Independent Research

Coaching is proven to deliver outstanding results.

Manchester Inc, the global leader in customised business coaching programmes, released the results of a study a few years ago that looked into the business impact of business coaching. The study included 100 business leaders, mostly from the top 1000 Fortune companies.

The study showed that business coaching produced a return on investment of almost 6 times the initial investment on average, as well as significant intangible benefits to the business goals and objectives. Amongst the benefits to leaders who received coaching were improved:

  • Working relationships with direct reports (reported by 77% of executives)
  • Working relationships with immediate supervisors (71%)
  • Teamwork (67%)
  • Working relationships with peers (63%)
  • Job Satisfaction (61%)
  • Conflict reduction (52%)
  • Organisational commitment (44%)
  • Working relationships with clients (37%)

Among the benefits to companies that provided coaching to business leaders were improvements in:

  • Productivity (reported by 53% of leaders)
  • Quality (48%)
  • Organisational strength (48%)
  • Customer Service (39%)
  • Reducing Customer Complaints (34%)
  • Retaining Executives who received coaching (32%)
  • Cost reduction (23%)
  • Bottom line profitability (22%)

Research by the International Personnel Management Association (IPMA), results of which were published in January 2001, concluded that “ordinary training typically increased productivity by 22%, while training combined with life coaching increased productivity by 88%.

Research by Vision Quest Consulting 2001, found that of all clients interviewed:

  • 100% increased their ability to deal with business challenges by 75% or more
  • 88% improved their job satisfaction by 75% or more
  • 80% improved their ability to stay focused under pressure
  • 78% increased their productivity at work by at least 50%

Research by the Chartered Management Institute and Campaign for Learning – “Coaching at Work”. Results issued in a press release dated 16th May 2002:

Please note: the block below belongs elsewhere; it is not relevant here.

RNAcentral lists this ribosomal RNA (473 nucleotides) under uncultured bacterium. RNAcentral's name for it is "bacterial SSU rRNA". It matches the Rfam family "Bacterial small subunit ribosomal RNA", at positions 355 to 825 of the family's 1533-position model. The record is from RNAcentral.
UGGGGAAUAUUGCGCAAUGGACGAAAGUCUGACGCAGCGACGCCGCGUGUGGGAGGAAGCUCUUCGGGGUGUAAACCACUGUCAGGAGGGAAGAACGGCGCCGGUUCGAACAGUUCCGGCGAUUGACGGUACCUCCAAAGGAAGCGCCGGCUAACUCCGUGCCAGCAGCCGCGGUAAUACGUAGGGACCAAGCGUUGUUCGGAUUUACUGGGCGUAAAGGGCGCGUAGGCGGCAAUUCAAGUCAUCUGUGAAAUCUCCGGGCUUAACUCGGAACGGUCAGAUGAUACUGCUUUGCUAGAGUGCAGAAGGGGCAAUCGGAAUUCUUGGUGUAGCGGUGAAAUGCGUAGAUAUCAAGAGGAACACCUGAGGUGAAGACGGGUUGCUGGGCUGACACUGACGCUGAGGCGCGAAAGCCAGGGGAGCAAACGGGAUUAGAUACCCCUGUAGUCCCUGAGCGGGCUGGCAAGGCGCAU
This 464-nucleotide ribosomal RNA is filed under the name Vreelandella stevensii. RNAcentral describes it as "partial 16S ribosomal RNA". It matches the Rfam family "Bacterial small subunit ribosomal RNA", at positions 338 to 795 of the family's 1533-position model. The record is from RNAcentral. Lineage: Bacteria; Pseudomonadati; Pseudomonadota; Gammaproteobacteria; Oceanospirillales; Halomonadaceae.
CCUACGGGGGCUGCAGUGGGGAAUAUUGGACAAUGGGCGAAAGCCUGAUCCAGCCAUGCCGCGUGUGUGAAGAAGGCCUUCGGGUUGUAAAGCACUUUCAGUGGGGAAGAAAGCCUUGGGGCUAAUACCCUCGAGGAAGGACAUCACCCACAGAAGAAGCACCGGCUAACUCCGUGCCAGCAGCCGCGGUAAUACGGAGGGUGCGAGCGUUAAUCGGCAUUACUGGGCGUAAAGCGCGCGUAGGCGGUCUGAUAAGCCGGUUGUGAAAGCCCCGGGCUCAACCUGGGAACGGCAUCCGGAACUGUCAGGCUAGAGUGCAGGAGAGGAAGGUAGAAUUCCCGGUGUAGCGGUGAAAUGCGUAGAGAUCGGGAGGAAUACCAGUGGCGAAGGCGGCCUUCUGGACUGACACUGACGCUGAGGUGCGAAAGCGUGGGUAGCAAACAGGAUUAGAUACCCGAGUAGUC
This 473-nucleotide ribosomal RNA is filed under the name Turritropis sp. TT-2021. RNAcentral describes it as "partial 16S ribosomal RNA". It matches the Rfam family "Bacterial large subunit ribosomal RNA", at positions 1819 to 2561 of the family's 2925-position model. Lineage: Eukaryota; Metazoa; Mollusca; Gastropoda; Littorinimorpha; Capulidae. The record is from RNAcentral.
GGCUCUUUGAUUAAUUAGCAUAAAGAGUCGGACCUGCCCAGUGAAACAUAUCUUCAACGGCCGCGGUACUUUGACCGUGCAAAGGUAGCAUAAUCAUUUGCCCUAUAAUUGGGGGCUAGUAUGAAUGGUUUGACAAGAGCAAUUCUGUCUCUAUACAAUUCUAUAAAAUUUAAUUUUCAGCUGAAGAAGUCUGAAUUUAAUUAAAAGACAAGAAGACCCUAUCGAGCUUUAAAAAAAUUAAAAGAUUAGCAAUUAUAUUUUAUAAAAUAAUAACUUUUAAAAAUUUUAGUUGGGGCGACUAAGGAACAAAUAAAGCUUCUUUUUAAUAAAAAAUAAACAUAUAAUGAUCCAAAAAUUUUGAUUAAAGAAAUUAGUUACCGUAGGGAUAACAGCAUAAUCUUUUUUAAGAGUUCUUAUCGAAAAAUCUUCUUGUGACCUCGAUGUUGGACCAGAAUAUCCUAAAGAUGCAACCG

• 80% of leaders say they think they would benefit from coaching at work and dismiss the suggestion that coaching is just another fad
  • Virtually all managers (96%) think coaching should be available to every employee, regardless of seniority
  • 85% of managers say the main value of coaching is in enhancing team morale
  • 80% of managers value coaching for generating responsibility on the part of the learner

2002 Survey of UK organisations conducted by The Chartered Management Institute and Campaign for Learning, supported by Lloyds TSB.
While 33% of respondents had received coaching themselves, 80% believe that they would benefit from coaching/more coaching in their place of work while 93% believe that coaching should be available to all employees. Coaching was perceived as great benefit in a range of areas. Not surprisingly development of task-specific skills was seen important but, as if to confirm the great value of “soft skills” within the working environment, Managers also felt they wanted more support to develop components of the inner game: personal effectiveness, emotional intelligence, assertiveness or communication skills. All of these are areas where a business coach can have a real impact in a short period of time.

HR Survey 2002 – LEE HECHT HARRISON surveyed 488 Human Resource professionals to learn how coaching is being used in their organisations.
Companies are increasingly turning to coaching for leadership development, style issues and talent retention, so it makes sense that 55% of respondents said that their organisation uses coaching as a one-on-one process intended to maximize management and leadership potential and 54% do so to change behaviours. A surprising number of respondents indicated that their organisation uses coaching for personal/psychological counselling (36%), advice on appearance or attire (13%) or preparation for a major speech or presentation (11%)

Coaching at Work, Chartered Management Institute.

  • The number of managers receiving coaching increased from 58% in 1996 to 77% in 2000.
  • 80% of Managers believe that they would benefit from coaching/more coaching in their place of work.
  • 93% of managers believe that coaching should be available to all employees regardless of seniority.

The Institute of Executive Coaching and Leadership (IECL) has been conducting research into coaching effectiveness since 2005. The results of its research which confirm the findings of earlier research are given here.


“Karen is an extraordinary coach and I feel rewarded by our success”
Lisa Bailey
Consultant – Leading Marketing Recruitment Firm